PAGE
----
Science Of The Lost Symbol

 

It’s All in Your Mind: The Placebo/Nocebo Effect

“The overall thesis was simple: We have barely scratched the surface of our mental and spiritual capabilities.”
— From The Lost Symbol, 55

Take a moment to answer this question: How much of the effect of a treatment or medicine is due to your belief that the treatment or drug will work?

The answer may surprise you: about one third of the time, the treatment or drug works only because you believe it does. It’s called the placebo effect. It’s so powerful an effect that all pharmaceutical and many other kinds of medical clinical trials have to account for it so that they can tell if it is really the drug or treatment working or only the role of expectation and belief that is at play.

The word ‘placebo’ is Latin for ‘to please,” and in medicine it refers to a patient’s expectations and beliefs that a treatment will work, even if that treatment is known to have no beneficial or curative effect. In clinical studies of pharmaceuticals, for example, there are usually two groups under study, one taking the medicine being tested and one getting an inert substance, such as a sugar pill, that should have no healing effect. Surprisingly, up to one third of the time the sugar pills alleviate the patient’s symptoms. Here’s an example from performance psychologist Christopher Walton’s book, Incredible You: Unleashing the Power of Beliefs and Intentions to Achieve an Extraordinary Life (forthcoming, 2010):

“Stewart Wolf, MD, did a double-blind study with pregnant women who were suffering from nausea and vomiting. He divided the group in two and gave one group an anti-sickness medicine and the other group a placebo, a substance that has no known therapeutic effect, in this case on nausea. The women in the anti-sickness group improved—their nausea was gone. However, many of the women in the placebo group also found relief, too. This is the placebo effect at work—in this case, women who believed the treatment would relieve their nausea were cured of their symptoms, even though, unbeknownst to them, the treatment they were taking was medically useless for nausea. . . .

“To explore the placebo effect even further, Dr Wolf gave the placebo group another medication, which he characterized as a ‘new, strong, very effective anti-sickness’ drug. This time not just some of the women, but all of them experienced relief from nausea and vomiting. What was this amazing new pharmaceutical? Ipecac. Don’t know what Ipecac is? It’s a very powerful drug used in hospital emergency rooms to induce vomiting! Just the strong belief that they were taking an amazing new anti-sickness drug was enough to totally reverse the chemical action of this drug on their bodies! Just think about this result for a moment. The women’s belief in the doctor and expectation in the effect of the drug not only totally eradicated their symptoms, but it completely reversed the chemical action of a purgative drug in their bodies! I don’t know about you, but for me this study is among the most convincing evidence yet that our minds are amazingly powerful, so powerful that we can ‘change’ nature (in this case chemistry and the chemical reactions that should be completely independent of any influence except for the laws of physics, which underlie chemistry).”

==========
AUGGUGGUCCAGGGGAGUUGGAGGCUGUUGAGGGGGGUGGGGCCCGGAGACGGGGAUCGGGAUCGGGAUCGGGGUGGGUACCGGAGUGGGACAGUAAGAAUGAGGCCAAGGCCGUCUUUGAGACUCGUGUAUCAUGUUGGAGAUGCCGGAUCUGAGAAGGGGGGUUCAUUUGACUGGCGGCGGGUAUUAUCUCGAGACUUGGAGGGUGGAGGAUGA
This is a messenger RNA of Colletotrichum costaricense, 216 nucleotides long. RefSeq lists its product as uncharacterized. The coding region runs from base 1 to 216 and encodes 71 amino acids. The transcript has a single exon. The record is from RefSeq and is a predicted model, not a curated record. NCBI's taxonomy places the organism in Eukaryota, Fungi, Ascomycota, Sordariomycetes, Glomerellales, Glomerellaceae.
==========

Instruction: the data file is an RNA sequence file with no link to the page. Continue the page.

Your mind is a powerful agent for affecting the physical world, including your own body. However, your mind not only can make an inert substance activate your own self-healing capacities, it also can do the reverse as well. The “nocebo effect” is when your beliefs activate undesirable or even harmful reactions in your body. For instance, in the Institute of Noetic Sciences book The Heart of Healing, there is a reference to a report in the World Journal of Surgery, from 1983, in which the authors “reported a large study on the effectiveness of various chemotherapies for certain types of cancers. As in all studies of the kind, some patients received placebos. The study also reported on side effects, including hair loss, which is a common and expected result of chemotherapy. Buried in the data was the startling revelation that fully 30 percent of the patients given the placebo had lost their hair” (28). How can this result be explained? The nocebo effect. When people believe they will lose their hair from taking a medicine—even if in reality they are taking only a sugar pill—some of them will lose their hair. Their mind is telling their body what to expect, and the body is listening. Current biological scientists have no explanation for this effect, but noetic scientists do, with their theories of entanglement, nonlocality, mind-body interaction, and more. (See the Quantum Physics section for an explanation of entanglement and nonlocality, and the New Biology link in this section of the website for some of the theory behind self-healing capacities.)